I’m close to losing count of the amount of times Norway has caused me public embarrassment.

First, there was the time their national football team had the temerity to draw with Scotland at France 98, all but extinguishing our hopes of progressing to the knockout stages. I watched that game in the indoor football pitches that were deep in the belly of St Mirren’s old Love Street stadium, and as a severely wimpy and un-chill 11-year-old I couldn’t handle the disappointment of drawing. I’m not afraid to say that I cried that night, dear reader, although in the intervening years I have learned to manage my expectations when it comes to being a Scotland fan.

A few months later, on Hogmanay, the Norwegian DJ/producer Todd Terje played a storming set at SWG3 and there exists video footage of me that night that I would prefer never be seen by anyone else. Again, I place the blame for this firmly at the feet of Norway.

And now, this weekend, it appears my never-ending Norse nightmare is set to continue as the Sub Club hosts a screening of Northern Disco Lights, the debut documentary by English filmmakers Ben Davis and Pete Jenkinson that shines a light on the lush, disco-driven sound of Scandinavian dance music. It’s followed by a five-hour set from Prins Thomas, an Oslo producer who is a prime exponent of his country’s psychedelic sound. Expect bubbling analogue synths, bouncing elastic basslines, and me down the front making an absolute fool of myself. Again.

All that takes place on Sunday, but before that the club hosts Detroit techno legend Chez Damier tomorrow as part of its continuing 30th birthday celebrations. The founder of The Music Institute and the KMS label doesn’t come here all that often but when he does, it’s a chance to see a master at work. Support comes from Subculture’s Dominic Cappello – do not miss.

• Chez Damier, tomorrow, Sub Club, 11pm – 3am, £10

• Northern Disco Lights Screening, Sunday, Sub Club, 9pm – 11pm, £15

• Prins Thomas, Sunday, Sub Club, 11pm – 4am, £10/£15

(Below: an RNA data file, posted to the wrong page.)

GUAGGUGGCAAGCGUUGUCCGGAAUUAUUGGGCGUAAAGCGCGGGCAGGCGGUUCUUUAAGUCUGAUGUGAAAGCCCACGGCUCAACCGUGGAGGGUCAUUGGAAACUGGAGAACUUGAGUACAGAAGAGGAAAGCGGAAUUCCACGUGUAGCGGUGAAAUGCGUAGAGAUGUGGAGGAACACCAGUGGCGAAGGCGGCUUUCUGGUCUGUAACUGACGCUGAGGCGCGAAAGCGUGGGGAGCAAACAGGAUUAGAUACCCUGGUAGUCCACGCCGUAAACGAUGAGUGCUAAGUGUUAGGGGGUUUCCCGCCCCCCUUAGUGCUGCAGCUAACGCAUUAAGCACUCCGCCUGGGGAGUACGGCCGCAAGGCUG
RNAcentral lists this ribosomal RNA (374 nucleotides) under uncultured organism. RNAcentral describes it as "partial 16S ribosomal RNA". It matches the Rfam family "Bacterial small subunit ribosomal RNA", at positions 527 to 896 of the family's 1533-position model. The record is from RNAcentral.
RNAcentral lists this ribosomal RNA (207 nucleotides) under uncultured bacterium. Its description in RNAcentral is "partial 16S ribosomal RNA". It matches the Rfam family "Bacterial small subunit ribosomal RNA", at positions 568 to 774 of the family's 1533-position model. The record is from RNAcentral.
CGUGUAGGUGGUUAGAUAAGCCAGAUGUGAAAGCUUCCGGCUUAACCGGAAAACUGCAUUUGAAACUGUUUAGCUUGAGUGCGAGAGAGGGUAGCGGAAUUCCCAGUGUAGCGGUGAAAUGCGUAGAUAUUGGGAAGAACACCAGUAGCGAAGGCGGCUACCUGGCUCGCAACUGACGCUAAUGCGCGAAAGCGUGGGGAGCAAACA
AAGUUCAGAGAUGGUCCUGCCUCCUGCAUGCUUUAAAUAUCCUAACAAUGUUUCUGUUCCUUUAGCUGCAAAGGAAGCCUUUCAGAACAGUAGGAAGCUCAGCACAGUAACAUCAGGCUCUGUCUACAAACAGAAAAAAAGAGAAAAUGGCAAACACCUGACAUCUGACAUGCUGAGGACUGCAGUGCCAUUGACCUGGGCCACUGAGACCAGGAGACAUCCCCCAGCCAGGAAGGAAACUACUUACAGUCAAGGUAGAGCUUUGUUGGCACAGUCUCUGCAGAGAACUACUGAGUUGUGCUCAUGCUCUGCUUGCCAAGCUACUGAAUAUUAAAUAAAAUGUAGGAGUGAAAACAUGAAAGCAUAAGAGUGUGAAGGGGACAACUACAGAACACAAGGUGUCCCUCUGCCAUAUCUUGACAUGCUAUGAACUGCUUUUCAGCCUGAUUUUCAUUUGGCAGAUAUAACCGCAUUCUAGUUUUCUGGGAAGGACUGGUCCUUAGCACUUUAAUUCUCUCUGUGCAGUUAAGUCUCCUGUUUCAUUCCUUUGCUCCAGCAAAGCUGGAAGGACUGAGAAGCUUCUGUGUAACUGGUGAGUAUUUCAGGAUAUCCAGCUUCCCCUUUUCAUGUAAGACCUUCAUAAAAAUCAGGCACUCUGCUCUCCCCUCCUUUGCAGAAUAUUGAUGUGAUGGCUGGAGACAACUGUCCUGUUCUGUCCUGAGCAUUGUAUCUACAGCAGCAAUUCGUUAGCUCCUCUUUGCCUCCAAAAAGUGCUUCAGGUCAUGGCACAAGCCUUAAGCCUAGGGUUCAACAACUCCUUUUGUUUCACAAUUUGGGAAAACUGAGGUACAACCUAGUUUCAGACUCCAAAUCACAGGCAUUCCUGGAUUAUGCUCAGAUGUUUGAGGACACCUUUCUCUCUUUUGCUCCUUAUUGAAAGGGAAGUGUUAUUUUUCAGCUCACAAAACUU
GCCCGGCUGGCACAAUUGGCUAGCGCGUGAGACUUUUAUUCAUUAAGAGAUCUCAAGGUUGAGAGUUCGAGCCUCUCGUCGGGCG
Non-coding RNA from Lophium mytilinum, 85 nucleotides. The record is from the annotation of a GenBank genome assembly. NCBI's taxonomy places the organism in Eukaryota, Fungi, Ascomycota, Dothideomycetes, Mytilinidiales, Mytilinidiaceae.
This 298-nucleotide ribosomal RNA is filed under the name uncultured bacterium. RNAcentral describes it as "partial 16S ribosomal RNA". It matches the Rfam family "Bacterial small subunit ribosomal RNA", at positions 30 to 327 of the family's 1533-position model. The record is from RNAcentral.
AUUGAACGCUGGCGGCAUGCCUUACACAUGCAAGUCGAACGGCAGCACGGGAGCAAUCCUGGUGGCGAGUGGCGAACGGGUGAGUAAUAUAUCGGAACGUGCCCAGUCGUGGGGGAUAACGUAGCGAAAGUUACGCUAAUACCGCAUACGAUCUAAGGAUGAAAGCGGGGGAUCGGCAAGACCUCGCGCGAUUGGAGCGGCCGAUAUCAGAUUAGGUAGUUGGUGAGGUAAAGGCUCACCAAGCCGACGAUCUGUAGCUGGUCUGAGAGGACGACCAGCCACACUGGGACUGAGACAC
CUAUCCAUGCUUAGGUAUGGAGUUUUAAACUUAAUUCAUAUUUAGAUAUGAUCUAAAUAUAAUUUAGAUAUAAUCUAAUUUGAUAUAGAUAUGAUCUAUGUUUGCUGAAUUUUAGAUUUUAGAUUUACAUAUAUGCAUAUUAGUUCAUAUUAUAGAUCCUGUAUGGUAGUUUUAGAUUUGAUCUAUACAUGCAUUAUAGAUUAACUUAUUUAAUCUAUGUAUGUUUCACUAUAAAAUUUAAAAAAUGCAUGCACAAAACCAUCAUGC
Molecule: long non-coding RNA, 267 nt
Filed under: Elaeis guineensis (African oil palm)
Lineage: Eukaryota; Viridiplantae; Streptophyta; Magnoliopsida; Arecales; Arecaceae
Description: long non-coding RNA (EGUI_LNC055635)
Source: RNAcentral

Melting Pot

This month’s Melting Pot brings together two of Belfast’s best exports back-to back for a night of disco and funk mayhem. It sees Optimo’s JG Wilkes teaming up with fellow Subbie resident and Bicep collaborator Hammer, who has carried on the momentum that he built up in 2016 with the release of At Once on Optimo’s label. The young Irishman is well-versed in spinning sleazy disco all night, but if this isn’t to become a Melting Pot like no other it might fall to Wilkes to rein in some of his more obscure tendencies – no matter how good they would sound given a runout on the residents’ fabled sound system.

• Melting Pot with Hammer & Wilkes, Saturday, 11pm – 3am, £8


As good as it feels to have another bank holiday on the other side of the weekend, these sporadic bursts of partying are surely taking their toll on wallets and bodies across the city. Case in point: there’s another installment of Pressure coming our way, which barely seems believable. But it already has been a month since Len Faki tore SWG3 a new one, and so we begin preparations for locally-based producer Gary Beck to do the same on Sunday. He’s joined by Slam, of course, and the outstanding Perth duo Clouds with backup from Silicone Soul and Petrichor, who plays live.

It follows a complete takeover of the Finnieston warehouse by Patrick Topping, the Newcastle-born DJ and producer who arrives fresh from the Coachella festival in California, where he cemented his status as one of the biggest names in dance music in the scorching Indio heat. Things will be quite different here – colder, probably, and slightly more intimate – but an all-night set in the TV Studio and a Warehouse featuring Jonas Rathman, Elliot Adamson and Rondevu means it will be just as jumping.

• Patrick Topping, Saturday, SWG3, 10pm – 3am, £24.50

• Pressure May Day Special, Sunday, SWG3, 10pm – 3am, £15